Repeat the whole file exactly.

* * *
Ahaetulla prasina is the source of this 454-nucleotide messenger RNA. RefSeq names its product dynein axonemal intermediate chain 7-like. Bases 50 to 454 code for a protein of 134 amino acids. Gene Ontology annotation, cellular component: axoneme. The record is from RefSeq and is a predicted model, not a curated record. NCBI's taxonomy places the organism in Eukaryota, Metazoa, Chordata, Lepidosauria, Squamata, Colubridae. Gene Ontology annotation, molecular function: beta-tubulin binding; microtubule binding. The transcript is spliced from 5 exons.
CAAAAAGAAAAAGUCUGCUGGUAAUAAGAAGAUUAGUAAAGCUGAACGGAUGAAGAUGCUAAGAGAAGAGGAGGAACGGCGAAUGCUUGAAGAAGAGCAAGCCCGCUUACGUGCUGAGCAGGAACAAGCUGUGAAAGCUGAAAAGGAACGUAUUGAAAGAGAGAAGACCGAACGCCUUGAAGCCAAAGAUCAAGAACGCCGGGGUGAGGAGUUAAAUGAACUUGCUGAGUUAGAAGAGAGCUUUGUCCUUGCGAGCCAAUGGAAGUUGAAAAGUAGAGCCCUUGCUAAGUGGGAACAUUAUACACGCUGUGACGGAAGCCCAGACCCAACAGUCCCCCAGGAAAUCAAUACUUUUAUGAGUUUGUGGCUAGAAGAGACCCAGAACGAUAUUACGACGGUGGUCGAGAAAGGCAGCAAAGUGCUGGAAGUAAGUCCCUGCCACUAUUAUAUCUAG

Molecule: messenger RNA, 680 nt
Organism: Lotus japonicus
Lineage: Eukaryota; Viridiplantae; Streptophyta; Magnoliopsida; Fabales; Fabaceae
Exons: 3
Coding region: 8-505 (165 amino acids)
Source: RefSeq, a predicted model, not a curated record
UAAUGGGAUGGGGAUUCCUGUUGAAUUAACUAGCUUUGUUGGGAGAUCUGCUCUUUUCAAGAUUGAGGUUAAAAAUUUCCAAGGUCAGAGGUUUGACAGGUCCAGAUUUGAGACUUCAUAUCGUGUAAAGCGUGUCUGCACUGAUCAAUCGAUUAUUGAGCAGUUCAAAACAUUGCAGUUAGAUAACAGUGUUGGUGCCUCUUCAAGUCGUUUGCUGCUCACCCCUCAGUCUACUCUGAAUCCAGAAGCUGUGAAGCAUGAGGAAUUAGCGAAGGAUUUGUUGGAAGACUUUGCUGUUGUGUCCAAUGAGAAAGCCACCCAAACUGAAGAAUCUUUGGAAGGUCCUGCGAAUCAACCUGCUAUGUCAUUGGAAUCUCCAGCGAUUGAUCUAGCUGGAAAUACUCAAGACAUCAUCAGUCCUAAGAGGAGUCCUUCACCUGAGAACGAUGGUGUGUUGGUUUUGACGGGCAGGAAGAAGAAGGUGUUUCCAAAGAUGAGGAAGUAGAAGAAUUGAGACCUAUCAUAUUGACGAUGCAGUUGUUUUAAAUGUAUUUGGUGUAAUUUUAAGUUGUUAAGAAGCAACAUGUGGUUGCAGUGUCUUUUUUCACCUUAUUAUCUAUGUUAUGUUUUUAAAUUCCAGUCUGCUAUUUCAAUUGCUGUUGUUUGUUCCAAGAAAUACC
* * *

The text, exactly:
Ahaetulla prasina is the source of this 454-nucleotide messenger RNA. RefSeq names its product dynein axonemal intermediate chain 7-like. Bases 50 to 454 code for a protein of 134 amino acids. Gene Ontology annotation, cellular component: axoneme. The record is from RefSeq and is a predicted model, not a curated record. NCBI's taxonomy places the organism in Eukaryota, Metazoa, Chordata, Lepidosauria, Squamata, Colubridae. Gene Ontology annotation, molecular function: beta-tubulin binding; microtubule binding. The transcript is spliced from 5 exons.
CAAAAAGAAAAAGUCUGCUGGUAAUAAGAAGAUUAGUAAAGCUGAACGGAUGAAGAUGCUAAGAGAAGAGGAGGAACGGCGAAUGCUUGAAGAAGAGCAAGCCCGCUUACGUGCUGAGCAGGAACAAGCUGUGAAAGCUGAAAAGGAACGUAUUGAAAGAGAGAAGACCGAACGCCUUGAAGCCAAAGAUCAAGAACGCCGGGGUGAGGAGUUAAAUGAACUUGCUGAGUUAGAAGAGAGCUUUGUCCUUGCGAGCCAAUGGAAGUUGAAAAGUAGAGCCCUUGCUAAGUGGGAACAUUAUACACGCUGUGACGGAAGCCCAGACCCAACAGUCCCCCAGGAAAUCAAUACUUUUAUGAGUUUGUGGCUAGAAGAGACCCAGAACGAUAUUACGACGGUGGUCGAGAAAGGCAGCAAAGUGCUGGAAGUAAGUCCCUGCCACUAUUAUAUCUAG

Molecule: messenger RNA, 680 nt
Organism: Lotus japonicus
Lineage: Eukaryota; Viridiplantae; Streptophyta; Magnoliopsida; Fabales; Fabaceae
Exons: 3
Coding region: 8-505 (165 amino acids)
Source: RefSeq, a predicted model, not a curated record
UAAUGGGAUGGGGAUUCCUGUUGAAUUAACUAGCUUUGUUGGGAGAUCUGCUCUUUUCAAGAUUGAGGUUAAAAAUUUCCAAGGUCAGAGGUUUGACAGGUCCAGAUUUGAGACUUCAUAUCGUGUAAAGCGUGUCUGCACUGAUCAAUCGAUUAUUGAGCAGUUCAAAACAUUGCAGUUAGAUAACAGUGUUGGUGCCUCUUCAAGUCGUUUGCUGCUCACCCCUCAGUCUACUCUGAAUCCAGAAGCUGUGAAGCAUGAGGAAUUAGCGAAGGAUUUGUUGGAAGACUUUGCUGUUGUGUCCAAUGAGAAAGCCACCCAAACUGAAGAAUCUUUGGAAGGUCCUGCGAAUCAACCUGCUAUGUCAUUGGAAUCUCCAGCGAUUGAUCUAGCUGGAAAUACUCAAGACAUCAUCAGUCCUAAGAGGAGUCCUUCACCUGAGAACGAUGGUGUGUUGGUUUUGACGGGCAGGAAGAAGAAGGUGUUUCCAAAGAUGAGGAAGUAGAAGAAUUGAGACCUAUCAUAUUGACGAUGCAGUUGUUUUAAAUGUAUUUGGUGUAAUUUUAAGUUGUUAAGAAGCAACAUGUGGUUGCAGUGUCUUUUUUCACCUUAUUAUCUAUGUUAUGUUUUUAAAUUCCAGUCUGCUAUUUCAAUUGCUGUUGUUUGUUCCAAGAAAUACC